This venue is now closed.
When owner/chef Roy McVeigh first established his modern Australian restaurant on Cleveland Street, he called it “Dragonchello”. That bogan-leaning ‘h’ is – in our eyes – quite a sweet “modern Australian” take on restaurant naming, but alas, he has since swapped it out for a more chic Italian spelling.
The fitout also aims for chic. Puckered leather lounges line one edge, while industrial (but sparsely populated) wine racking covers another. The wall finish is rustic – and at odds with the pop-style art that sits atop it. If they’re after small-bar vibes at this street-level space (a restaurant is slated to open upstairs soon) we recommend at least turning down the lights and turning up the tunes; we had to really concentrate to catch the agreeable sound of Morcheeba. They also need more bar tables. Much of the space is taken up by low, formal settings that promise a three-course meal, rather than a couple of casual drinks – which was our intention.
There was only one red wine on offer by the glass – a delicious Ad Hoc Cruel Mistress Pinot Noir. This is fine if you visit in a group and you’re ready to get deep into bottle-for-bottle, but a damn shame if you’re on a date and that date’s poison is beer. And if you want a classic cocktail shaken with anything other than the house spirit? You’ll be shelling out $25 a pop. Yikes!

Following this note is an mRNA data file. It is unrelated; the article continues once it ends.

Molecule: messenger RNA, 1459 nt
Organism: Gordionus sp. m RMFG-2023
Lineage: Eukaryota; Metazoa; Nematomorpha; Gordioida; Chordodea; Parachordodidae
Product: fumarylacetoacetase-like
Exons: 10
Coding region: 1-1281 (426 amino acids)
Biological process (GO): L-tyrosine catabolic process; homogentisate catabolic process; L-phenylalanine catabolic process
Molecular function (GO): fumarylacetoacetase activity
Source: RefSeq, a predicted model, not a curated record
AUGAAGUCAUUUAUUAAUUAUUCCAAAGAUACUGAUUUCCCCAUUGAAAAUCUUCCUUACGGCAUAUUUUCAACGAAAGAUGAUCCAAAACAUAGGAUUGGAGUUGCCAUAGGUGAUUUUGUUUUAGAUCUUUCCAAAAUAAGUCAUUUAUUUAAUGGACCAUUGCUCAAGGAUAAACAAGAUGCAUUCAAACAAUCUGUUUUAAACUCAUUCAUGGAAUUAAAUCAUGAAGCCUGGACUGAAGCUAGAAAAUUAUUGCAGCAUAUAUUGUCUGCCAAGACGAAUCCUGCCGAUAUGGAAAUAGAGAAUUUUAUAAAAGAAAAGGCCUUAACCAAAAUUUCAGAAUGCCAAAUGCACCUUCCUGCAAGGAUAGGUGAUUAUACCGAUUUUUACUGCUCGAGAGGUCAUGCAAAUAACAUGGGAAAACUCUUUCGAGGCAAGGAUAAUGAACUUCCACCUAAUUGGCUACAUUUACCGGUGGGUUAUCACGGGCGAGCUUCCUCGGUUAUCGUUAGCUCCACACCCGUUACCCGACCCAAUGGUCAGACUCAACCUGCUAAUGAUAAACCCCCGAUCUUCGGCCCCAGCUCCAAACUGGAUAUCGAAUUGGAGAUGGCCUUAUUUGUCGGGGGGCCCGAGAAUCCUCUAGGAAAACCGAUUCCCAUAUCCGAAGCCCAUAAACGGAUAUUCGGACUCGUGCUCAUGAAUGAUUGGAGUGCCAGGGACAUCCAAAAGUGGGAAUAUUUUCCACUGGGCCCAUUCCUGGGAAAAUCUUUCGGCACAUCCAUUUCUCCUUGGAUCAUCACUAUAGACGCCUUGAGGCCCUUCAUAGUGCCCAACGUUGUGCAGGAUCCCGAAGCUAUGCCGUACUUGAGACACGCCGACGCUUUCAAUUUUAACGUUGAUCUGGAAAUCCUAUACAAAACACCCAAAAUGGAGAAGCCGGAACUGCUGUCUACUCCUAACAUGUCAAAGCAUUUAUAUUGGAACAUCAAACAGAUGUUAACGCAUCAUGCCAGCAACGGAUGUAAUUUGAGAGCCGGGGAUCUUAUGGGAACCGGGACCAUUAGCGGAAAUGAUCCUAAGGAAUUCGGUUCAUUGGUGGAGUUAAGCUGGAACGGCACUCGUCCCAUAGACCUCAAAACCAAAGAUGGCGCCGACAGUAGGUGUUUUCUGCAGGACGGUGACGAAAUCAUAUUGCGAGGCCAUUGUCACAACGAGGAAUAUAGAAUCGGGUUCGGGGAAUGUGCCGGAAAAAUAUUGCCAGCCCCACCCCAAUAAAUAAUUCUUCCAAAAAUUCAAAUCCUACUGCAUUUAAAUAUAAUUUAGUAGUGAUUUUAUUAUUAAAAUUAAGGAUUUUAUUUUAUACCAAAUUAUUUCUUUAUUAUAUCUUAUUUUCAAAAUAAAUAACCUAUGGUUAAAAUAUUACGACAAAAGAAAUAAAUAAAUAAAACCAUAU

Food-wise, things are more promising. As we dip a crisp, oily potato skin into creamy Sydney rock oyster mayo topped with leek and citrus gel, it dawns on us that the joint has big restaurant potential. McVeigh has stints at Berowra Waters Inn and Guillaume at Bennelong on his CV, and now as the captain of his own kitchen the food he is making is wacky, rich and really fun. There’s fig cream and liquorice to be scooped onto a beautifully sweet, glazed chunk of sweet potato. Or how about elderflower mousse cresting a delicate scallop sashimi with ribbons of fresh cucumber? They certainly have our attention.
As a bar, Dragoncello won’t be our first choice for a nightcap in Surry Hills. But we’ll be heading back to give its dinner menu the attention it deserves when they start welcoming visitors upstairs. Count on that.
466 Cleveland Street
|Opening hours:||Mon-Thu 5.30-11pm; Fri-Sun noon-late|